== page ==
Most "histories of the movies" start the story with Thomas Edison and then head to D.W. Griffith, Charlie Chaplin, the studio system and beyond. With the possible mention of the Lumiere Brothers and a bit of French New Wave, it's usually an American story. Well, Irish film critic and extreme film enthusiast Mark Cousins wasn't happy with that version.
"There were big holes in movie history," Cousins says.
He should know. Cousins has found refuge in films — from just about everywhere — since his childhood in Belfast.
"It was a slightly nervy place. You know there was a war on, but when I went to the movie house, even before the movie started, I felt safe and could feel myself unwind and it just felt like getting onto a magic carpet and flying around the world."
Cousins spent his teens and 20s on the lookout for obscure films he'd read about in film quarterlies and journals.
"It was like dogged determination," says Cousins. "I would hear about some Ethiopian film from the 1960s. Sometimes it would take me eight years to actually see it."
He had an especially close long-distance relationship with Kim's Video Library in New York City. But the more films he saw, the more he realized something was missing from the many film histories he'd read.
"It seemed to me incredibly annoying that our general sense of what the great movies are, whether it's 'The Godfather,' 'Citizen Kane,' 'Taxi Driver,' 'The Searchers,'" says Cousins. "These are all great films but when we talk about the great movies we don't mention anything from Africa at all." Or from women, or Latin America. Cousins was frustrated. So he wrote his own history of the movies, "The Story of Film."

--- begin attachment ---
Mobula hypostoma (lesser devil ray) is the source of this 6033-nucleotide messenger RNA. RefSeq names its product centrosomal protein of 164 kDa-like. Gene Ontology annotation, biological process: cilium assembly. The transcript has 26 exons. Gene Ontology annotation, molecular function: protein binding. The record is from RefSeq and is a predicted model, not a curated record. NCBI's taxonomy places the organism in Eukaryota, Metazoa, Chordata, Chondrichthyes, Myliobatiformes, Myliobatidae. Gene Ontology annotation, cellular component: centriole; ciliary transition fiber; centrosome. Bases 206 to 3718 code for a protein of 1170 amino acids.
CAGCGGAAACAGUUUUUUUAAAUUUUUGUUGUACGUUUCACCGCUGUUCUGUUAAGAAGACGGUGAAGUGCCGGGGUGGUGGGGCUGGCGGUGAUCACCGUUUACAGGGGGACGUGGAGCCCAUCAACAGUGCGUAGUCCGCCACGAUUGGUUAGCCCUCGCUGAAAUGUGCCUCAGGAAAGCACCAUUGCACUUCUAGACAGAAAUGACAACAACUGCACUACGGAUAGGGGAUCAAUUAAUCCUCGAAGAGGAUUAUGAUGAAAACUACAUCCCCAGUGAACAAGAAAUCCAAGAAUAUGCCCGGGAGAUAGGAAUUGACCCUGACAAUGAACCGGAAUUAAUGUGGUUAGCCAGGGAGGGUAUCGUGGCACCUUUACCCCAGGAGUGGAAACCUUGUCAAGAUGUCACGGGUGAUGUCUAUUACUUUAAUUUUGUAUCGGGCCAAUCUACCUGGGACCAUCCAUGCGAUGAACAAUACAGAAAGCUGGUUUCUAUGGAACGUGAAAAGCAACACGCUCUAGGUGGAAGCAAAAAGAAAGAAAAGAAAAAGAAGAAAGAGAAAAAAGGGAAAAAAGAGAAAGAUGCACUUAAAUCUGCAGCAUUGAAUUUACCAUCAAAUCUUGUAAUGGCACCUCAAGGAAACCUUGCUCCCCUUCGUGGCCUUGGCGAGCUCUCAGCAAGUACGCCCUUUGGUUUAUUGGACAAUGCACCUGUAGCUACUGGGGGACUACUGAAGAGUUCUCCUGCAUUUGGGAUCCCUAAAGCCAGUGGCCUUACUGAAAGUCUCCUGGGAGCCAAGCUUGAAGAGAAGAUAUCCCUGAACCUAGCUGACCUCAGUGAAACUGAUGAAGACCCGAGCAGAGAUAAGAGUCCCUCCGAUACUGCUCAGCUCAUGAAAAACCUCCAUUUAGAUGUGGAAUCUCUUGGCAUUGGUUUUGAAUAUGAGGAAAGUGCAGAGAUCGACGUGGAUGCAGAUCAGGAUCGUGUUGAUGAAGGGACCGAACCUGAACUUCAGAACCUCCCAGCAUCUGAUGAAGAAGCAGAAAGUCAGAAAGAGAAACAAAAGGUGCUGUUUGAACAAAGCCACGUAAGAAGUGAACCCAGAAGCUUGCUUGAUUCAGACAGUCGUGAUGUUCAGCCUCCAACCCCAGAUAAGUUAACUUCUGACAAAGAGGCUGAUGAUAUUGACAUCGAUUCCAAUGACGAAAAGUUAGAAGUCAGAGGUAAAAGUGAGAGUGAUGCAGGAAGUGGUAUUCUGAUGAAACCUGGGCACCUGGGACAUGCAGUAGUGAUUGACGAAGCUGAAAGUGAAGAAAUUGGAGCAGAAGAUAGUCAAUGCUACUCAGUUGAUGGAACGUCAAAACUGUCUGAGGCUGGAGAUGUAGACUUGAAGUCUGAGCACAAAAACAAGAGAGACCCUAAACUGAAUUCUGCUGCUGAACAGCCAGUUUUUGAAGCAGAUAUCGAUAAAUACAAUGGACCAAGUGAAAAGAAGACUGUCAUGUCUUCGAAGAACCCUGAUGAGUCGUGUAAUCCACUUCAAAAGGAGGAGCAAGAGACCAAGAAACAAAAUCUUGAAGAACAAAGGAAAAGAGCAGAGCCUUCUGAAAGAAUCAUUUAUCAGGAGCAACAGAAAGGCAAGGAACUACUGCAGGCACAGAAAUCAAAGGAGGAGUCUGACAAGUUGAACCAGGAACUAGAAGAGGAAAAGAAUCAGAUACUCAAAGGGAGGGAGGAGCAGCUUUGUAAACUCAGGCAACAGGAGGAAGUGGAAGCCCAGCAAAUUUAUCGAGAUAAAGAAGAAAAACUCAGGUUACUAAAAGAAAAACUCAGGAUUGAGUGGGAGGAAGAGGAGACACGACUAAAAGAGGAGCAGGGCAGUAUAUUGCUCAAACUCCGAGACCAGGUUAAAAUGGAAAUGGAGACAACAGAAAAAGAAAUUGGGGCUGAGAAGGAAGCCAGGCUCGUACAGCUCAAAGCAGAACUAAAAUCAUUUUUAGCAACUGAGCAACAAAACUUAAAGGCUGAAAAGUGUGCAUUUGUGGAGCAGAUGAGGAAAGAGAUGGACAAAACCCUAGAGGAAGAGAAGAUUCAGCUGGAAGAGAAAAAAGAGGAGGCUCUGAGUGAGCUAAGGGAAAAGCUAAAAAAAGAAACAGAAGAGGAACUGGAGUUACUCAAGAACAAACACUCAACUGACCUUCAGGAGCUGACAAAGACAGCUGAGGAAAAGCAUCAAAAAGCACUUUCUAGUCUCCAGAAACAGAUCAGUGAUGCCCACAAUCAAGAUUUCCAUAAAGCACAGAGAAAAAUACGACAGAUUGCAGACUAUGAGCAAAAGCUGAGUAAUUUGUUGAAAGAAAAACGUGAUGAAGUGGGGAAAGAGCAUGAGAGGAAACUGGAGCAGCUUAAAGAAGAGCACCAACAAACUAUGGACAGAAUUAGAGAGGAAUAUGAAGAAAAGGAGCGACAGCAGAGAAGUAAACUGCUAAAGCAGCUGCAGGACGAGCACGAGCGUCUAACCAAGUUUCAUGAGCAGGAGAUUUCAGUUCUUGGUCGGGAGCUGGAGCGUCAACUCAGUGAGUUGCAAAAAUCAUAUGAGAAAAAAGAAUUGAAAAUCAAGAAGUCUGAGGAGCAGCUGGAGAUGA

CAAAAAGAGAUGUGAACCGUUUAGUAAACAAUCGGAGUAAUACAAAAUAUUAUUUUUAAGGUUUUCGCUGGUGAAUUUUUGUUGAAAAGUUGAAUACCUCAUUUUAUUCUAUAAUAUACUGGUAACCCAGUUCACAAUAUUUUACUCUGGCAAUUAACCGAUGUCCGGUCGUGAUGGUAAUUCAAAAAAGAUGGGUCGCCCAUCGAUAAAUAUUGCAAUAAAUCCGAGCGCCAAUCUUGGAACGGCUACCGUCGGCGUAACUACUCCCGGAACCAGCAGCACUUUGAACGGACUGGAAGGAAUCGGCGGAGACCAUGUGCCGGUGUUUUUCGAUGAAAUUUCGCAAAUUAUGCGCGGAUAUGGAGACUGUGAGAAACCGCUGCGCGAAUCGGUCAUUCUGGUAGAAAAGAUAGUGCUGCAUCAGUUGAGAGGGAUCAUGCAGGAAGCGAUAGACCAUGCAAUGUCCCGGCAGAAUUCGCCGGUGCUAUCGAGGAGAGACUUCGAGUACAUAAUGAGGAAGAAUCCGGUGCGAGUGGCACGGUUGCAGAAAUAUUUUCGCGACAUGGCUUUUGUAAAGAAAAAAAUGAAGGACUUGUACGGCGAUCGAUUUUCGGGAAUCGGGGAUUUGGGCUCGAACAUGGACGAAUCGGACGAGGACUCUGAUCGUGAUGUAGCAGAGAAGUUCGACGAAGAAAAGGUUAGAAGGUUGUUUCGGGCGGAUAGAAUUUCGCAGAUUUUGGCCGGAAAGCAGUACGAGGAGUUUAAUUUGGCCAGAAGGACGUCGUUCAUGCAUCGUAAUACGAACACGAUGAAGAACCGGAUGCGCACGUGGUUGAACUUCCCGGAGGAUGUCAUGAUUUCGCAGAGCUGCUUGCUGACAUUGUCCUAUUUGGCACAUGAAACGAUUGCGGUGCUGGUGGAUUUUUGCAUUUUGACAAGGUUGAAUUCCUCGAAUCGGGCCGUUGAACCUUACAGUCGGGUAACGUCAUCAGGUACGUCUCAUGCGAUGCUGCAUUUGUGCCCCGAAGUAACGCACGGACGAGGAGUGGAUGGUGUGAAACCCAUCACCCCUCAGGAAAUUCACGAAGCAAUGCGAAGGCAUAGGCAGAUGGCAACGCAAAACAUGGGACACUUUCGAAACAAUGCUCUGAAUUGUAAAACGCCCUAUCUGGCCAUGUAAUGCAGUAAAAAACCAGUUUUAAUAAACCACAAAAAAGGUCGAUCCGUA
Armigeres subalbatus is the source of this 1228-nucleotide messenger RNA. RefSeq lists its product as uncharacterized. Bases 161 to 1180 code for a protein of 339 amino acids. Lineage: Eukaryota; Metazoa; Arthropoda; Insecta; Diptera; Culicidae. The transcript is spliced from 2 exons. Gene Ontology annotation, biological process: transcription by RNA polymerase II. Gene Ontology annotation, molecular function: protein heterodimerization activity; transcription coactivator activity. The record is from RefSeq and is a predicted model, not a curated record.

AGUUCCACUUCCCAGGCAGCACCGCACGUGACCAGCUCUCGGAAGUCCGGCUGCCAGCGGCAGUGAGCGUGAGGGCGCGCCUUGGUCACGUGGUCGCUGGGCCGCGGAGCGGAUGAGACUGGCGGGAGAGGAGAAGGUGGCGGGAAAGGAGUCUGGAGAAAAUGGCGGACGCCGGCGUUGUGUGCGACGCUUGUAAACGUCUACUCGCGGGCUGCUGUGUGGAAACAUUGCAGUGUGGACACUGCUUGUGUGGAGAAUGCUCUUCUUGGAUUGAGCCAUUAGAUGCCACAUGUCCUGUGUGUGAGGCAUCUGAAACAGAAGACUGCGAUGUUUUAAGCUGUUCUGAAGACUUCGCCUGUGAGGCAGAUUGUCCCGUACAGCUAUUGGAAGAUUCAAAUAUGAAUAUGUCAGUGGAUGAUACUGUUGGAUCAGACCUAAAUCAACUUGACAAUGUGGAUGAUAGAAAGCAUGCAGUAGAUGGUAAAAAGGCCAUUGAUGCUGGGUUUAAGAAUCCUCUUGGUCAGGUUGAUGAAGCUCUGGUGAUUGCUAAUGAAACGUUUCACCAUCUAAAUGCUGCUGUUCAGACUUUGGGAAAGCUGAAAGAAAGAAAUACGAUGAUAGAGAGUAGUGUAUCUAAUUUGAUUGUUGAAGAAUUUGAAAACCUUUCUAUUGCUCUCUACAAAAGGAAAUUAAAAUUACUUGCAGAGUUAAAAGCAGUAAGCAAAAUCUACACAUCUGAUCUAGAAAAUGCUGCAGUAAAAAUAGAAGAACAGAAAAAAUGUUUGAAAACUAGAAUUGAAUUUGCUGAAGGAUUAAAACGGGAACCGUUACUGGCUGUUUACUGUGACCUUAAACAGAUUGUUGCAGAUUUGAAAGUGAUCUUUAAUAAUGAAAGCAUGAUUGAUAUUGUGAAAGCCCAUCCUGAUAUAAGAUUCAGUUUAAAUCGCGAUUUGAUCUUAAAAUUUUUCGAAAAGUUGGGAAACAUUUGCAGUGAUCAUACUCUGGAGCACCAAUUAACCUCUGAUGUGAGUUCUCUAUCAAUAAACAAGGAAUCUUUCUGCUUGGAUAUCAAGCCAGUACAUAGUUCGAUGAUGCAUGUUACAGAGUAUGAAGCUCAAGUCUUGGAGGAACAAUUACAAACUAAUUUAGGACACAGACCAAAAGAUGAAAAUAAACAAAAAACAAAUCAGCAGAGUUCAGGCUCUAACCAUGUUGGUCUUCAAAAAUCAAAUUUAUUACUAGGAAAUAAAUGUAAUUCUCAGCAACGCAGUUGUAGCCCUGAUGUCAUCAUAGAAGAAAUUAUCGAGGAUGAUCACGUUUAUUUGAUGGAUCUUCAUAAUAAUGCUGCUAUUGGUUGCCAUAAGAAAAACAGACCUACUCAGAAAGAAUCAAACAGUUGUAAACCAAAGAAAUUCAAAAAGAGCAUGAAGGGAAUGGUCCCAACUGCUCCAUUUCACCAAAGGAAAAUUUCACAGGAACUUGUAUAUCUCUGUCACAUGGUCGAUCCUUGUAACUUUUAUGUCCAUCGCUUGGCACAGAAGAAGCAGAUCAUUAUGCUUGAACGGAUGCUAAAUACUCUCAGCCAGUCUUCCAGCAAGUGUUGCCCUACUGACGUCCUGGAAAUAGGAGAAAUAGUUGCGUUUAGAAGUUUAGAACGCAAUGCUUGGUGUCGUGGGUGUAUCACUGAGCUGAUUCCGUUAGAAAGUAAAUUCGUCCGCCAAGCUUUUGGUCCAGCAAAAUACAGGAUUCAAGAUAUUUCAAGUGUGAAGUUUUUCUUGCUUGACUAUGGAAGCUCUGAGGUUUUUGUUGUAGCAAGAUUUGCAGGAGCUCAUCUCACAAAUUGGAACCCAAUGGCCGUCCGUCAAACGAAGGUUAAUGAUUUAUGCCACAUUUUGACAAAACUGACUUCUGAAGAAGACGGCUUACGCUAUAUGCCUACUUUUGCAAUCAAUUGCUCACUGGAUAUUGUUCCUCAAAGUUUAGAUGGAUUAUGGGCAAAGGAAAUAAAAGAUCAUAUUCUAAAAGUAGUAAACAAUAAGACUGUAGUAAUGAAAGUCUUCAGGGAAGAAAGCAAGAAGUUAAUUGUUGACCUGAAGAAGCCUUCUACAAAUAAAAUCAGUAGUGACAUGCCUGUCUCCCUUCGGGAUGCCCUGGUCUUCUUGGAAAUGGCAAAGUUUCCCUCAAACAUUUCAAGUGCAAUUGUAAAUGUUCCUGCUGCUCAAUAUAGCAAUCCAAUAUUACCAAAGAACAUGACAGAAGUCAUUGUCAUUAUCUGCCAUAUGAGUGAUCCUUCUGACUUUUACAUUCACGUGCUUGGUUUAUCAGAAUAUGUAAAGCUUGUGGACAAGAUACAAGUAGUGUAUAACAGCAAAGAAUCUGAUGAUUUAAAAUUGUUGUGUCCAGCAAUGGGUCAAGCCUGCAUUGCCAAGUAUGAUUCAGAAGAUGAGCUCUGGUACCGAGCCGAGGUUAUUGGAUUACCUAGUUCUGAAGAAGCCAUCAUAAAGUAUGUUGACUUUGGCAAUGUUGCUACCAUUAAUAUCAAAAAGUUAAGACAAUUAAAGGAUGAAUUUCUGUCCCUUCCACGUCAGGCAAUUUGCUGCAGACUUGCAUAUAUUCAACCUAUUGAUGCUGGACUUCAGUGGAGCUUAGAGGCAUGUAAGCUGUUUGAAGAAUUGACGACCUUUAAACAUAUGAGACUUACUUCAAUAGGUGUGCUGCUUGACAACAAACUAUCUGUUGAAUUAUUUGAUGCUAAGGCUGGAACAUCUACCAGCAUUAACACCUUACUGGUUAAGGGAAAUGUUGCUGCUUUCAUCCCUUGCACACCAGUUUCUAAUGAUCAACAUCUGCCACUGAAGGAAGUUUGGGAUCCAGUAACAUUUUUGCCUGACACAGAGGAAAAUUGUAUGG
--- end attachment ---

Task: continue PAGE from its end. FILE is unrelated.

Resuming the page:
"I think 'The Story of Film' was made out of a degree of anger over the fact that the film history we have is far too narcissistic and far too self-regarding."
More importantly, he spent an enormous amount of time filming all the cities and towns where the great films of the world were actually made. And Cousins began to realize something.
"The more I traveled around the world, the more I filmed at dawn in Calcutta and the more I filmed in Paris in November with the ice on the streets, I began to realize that film is, among many things, the art of place. Cinema is brilliant at capturing the placeness of a place."
Cousins takes us to Shanghai to explore the thriving film scene there in the early 1930s. He films old movie sets and interviews older passersby about what they remember about those movies. Cousins is especially enchanted with a huge movie star from that era: Raun Lingyu, often called the Chinese Greta Garbo. Her films were gritty and realistic. One of them concerns a single mother who pays for her child's schooling by becoming a prostitute.
"People say that realistic acting began witih Marlon Brando in America. But Ruan expressed weariness, understated gestures, her body language. And this was in 1934," says Cousins.
Cousins loves American films too and spends plenty of time on them in "The Story of Film," but, at some point, he always pivots, as if to say, "But wait. Look what they were doing in Asia, Latin America, the Middle East."
He compares the experimentation going in the edgy American films of the 1970s like "Chinatown," "The Godfather" and "Mean Streets" with the so-called "third cinema" of Africa, where filmmakers were struggling to produce films that reflected independence from their colonizers.
Cousins shows a scene from the 1975 film "Xala" by Senegalese director, Ousmane Sembene. It's a satire about a newly independent Senegal. In one scene, we see the newly liberated Senegalese smashing the symbols of their French overlords. In the next scene, the new Senegalese businessmen are acting just like their French colonizers, showing off their new briefcases and washing their cars with Evian water.